The sharing economy has seen its fair share of lawsuits. And apparently, it’s going to pay its fair share too.

Last week a U.S. District judge rejected an agreement between Lyft and lawyers representing drivers for the ride-sharing app, on the grounds that the agreement was unfair to both the drivers and the state of California. Though the ride-sharing economy has suffered a few legal setbacks amidst the sea of lawsuits filed against them, few have set much precedent. But if there’s any major takeaways from this case, it’s that courts seem to be uninterested in letting Lyft and its ilk off with just paying fines.

Photo Credit: Janitors cc
Photo Credit: Janitors cc

It’s not even as if the payment would’ve been nothing; the proposed settlement would require the app company to pay $12.25 million, ending Lyft v. Cutter. According to the plaintiffs’ lawyers, this was an acceptable cut of the $64 million that drivers deserved for mileage reimbursements they would have received as employees.

But U.S. District Judge Vince Chhabria disagreed. By his calculation—using the drivers’ methodology—they were owed closer to $126 million. Additionally, Judge Chhabria found the claim for penalties under the Private Attorneys General Act (PAGA) to “make no sense,” stating it as an “arbitrary calculation [that] may have short changed the State of California (not to mention the drivers) even more.”

In Chhabria’s eyes there was a level of compensation not being met. And as Ars Technica reports, non-monetary terms of the settlement weren’t making up for that enough, even if the he’s uninterested in having the court grapple with the bigger employment questions around Lyft drivers:

The relatively low sum of money could be explained away if the non-monetary terms of the settlement were significant, Chhabria notes. But they aren’t. The lawsuit claimed that Lyft drivers were really employees who had been misclassified as independent contractors and said they weren’t properly paid for their expenses, among other things. Those things won’t change under the proposed agreement, which instead focused on when and how Lyft can terminate drivers.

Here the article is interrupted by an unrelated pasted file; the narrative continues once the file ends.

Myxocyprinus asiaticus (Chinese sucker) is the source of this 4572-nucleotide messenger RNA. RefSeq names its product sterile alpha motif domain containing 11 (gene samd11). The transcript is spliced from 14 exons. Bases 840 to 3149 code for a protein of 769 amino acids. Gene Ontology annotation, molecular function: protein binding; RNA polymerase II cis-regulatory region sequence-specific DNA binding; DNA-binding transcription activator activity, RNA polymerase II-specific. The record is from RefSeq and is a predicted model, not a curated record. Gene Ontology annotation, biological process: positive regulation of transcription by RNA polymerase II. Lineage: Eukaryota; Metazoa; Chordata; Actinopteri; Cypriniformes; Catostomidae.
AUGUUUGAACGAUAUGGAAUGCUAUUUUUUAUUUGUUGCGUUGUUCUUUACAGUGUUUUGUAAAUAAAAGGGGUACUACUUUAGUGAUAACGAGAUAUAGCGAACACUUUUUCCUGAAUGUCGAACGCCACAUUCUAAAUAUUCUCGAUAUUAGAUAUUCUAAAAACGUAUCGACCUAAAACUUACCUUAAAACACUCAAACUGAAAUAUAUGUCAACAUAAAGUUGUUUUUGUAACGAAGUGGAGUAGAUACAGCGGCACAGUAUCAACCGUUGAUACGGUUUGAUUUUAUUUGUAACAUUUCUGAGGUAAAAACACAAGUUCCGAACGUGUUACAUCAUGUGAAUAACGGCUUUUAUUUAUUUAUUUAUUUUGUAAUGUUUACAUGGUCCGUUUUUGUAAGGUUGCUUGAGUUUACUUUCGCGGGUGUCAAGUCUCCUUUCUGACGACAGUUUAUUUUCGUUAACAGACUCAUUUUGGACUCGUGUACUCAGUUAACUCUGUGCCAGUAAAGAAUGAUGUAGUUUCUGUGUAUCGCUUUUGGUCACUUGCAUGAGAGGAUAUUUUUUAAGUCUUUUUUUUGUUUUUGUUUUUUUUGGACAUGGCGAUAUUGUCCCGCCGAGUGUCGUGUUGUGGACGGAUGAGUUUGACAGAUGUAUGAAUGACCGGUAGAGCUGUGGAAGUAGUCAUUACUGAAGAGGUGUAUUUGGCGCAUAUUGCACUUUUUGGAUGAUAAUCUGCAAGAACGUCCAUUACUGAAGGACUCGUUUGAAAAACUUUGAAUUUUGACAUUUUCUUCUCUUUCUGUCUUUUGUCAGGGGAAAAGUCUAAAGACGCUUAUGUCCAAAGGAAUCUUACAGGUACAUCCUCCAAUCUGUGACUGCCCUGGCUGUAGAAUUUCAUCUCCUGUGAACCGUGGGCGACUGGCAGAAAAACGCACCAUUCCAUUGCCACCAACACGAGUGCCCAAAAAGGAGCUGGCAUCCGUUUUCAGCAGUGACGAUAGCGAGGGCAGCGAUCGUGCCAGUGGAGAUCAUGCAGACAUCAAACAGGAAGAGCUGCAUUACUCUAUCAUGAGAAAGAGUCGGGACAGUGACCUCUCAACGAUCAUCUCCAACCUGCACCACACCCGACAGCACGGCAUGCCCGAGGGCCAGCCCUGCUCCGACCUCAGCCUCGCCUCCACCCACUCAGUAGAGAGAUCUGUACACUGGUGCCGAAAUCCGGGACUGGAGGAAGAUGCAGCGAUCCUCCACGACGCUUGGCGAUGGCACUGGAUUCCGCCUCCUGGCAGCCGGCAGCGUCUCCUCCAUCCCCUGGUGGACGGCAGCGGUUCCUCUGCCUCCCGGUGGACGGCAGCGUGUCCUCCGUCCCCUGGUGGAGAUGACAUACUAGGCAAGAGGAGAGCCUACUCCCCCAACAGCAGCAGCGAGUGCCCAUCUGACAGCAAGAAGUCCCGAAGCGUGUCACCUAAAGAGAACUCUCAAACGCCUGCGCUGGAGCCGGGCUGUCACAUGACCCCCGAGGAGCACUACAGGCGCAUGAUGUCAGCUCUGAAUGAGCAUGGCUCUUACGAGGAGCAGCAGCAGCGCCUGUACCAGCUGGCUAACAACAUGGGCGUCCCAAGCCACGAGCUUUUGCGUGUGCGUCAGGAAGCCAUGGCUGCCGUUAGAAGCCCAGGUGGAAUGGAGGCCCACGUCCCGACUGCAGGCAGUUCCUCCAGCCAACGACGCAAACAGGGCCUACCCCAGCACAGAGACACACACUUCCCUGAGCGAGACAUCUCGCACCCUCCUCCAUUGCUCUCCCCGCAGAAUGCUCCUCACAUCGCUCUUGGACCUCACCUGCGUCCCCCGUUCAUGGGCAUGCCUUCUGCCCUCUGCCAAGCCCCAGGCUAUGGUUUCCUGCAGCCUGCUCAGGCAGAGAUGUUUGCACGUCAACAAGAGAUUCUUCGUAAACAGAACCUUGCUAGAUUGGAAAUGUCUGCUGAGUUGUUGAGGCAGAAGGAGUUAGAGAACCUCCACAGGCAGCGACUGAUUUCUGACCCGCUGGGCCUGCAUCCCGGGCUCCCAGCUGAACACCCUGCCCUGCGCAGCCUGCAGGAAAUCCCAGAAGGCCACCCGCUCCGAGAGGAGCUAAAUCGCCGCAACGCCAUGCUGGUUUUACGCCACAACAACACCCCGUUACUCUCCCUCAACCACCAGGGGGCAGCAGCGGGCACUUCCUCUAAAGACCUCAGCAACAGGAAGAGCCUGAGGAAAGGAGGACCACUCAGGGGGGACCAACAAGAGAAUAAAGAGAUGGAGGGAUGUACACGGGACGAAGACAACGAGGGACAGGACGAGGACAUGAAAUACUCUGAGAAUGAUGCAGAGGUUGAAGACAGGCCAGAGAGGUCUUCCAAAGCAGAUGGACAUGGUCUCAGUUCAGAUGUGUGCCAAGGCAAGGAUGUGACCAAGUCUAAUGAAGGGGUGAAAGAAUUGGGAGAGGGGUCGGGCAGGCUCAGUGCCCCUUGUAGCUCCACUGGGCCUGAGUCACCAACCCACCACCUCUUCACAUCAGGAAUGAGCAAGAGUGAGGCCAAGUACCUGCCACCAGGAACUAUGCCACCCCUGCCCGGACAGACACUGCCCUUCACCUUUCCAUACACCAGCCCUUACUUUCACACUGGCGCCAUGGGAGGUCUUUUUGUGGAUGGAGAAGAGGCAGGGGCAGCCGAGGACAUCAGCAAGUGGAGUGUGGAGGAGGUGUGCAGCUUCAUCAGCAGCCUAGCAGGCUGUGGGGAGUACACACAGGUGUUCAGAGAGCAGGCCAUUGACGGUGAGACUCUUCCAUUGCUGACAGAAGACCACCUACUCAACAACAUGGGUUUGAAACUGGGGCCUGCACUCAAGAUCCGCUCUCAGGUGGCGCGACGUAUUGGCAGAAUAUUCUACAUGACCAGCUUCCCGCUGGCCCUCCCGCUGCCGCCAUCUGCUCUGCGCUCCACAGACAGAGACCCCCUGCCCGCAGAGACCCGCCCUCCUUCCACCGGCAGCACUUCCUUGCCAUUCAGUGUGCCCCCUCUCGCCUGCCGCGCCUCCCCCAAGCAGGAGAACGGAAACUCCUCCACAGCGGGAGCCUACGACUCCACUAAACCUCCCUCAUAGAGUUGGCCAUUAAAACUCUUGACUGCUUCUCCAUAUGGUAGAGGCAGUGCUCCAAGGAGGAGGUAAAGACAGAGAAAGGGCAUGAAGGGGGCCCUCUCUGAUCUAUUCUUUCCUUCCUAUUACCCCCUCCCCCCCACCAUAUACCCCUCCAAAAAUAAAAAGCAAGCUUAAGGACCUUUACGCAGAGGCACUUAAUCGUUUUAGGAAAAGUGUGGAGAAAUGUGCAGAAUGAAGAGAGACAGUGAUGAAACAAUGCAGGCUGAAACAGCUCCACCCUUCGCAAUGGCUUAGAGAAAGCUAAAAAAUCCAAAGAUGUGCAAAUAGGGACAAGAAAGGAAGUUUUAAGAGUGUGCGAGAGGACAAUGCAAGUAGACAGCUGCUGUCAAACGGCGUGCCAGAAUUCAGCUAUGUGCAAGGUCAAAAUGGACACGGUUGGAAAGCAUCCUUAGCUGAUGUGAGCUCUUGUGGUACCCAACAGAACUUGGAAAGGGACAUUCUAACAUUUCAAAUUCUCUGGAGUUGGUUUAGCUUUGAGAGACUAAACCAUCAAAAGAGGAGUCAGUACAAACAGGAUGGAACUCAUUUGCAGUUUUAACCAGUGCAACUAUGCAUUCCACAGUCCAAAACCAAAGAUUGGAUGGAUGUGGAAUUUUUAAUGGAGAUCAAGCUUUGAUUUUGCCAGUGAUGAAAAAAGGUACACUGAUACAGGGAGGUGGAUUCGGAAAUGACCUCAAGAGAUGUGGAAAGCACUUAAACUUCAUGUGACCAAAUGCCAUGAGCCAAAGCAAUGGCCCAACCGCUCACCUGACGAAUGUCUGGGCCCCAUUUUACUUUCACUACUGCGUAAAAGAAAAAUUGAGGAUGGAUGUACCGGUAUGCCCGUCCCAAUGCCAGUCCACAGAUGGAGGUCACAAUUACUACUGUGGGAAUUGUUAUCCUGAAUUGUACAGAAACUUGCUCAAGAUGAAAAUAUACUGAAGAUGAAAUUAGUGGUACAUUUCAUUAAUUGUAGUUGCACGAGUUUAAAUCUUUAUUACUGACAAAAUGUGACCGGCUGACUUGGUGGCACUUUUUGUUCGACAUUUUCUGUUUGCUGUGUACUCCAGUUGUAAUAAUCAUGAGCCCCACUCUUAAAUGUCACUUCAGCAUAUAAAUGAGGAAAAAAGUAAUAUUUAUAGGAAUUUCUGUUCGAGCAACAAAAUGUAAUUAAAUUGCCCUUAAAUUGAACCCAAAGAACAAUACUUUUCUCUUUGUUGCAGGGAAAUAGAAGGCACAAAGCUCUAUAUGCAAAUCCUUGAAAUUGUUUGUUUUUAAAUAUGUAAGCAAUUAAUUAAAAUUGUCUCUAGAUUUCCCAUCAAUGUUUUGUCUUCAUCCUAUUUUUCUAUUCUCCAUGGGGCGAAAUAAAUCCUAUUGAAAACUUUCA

The Teamsters union, which is seeking to represent Lyft drivers, also objected to the settlement, saying that it should have changed the drivers’ classification to employees. Chhabria mostly discounts the Teamsters’ claims, saying they are policy concerns better directed to the legislature. He says the union’s assertion that the changes are “largely illusory” is likely an overstatement. “The changes aren’t revolutionary, but they are not nothing, either,” Chhabria writes.

Chhabria’s opinion doesn’t seem to believe that these problems can’t be remedied, just that $12.25 million, which would pay about $53.02 to part-time drivers in the class and $679.19 to full-time ones, is far too low for this settlement.

And whether it’s in Seattle or Pennsylvanaia, more and more regulatory bodies are acting similarly. Uber, Lyft, and other sharing apps clearly have some sort of demand. And while courts are concluding that they are unable to help dissuade the gray areas entirely, they seem to be at least ensuring that employers operating in that space are not doing too wrong by their employees. As Daniel V. Kitzes writes on Employment Law Worldview, some of that is because the Department of Labor has made it a priority as of late:

Investigating workers misclassified as independent contractors has become an important agenda item for the Department of Labor (DOL). The DOL issued guidance only six months ago explaining “most workers are employees under the [FLSA’s] broad definitions.” The end result of the Uber saga may shape the future of employer-employee relationships, and signal the boom or bust of the “on-demand economy.”

Which is good, as the rise of the “gig economy” continues, largely aided by a tough job market. Though there are decades of protections in place for employees and independent contractors alike, U.S. legislators seem to be making sure there’s some protection for those that straddle the line, not just letting the sharing economy off with just a monetary slap on the wrist. Which is good, since these on-demand apps tend to be turning quite a profit in the meantime.

In the case of Lyft v. Cutter, Lyft and the plaintiffs now have until May to negotiate a new settlement agreement, with a new date for the class period end. It’s something that would be in Lyft’s favor, since then they’d avoid the chance that a jury would find that the drivers have indeed been misclassified as independent contractors. Though they won’t settle the employment vs. independent contractor debate with this one, hopefully their drivers can get an actual fair shake.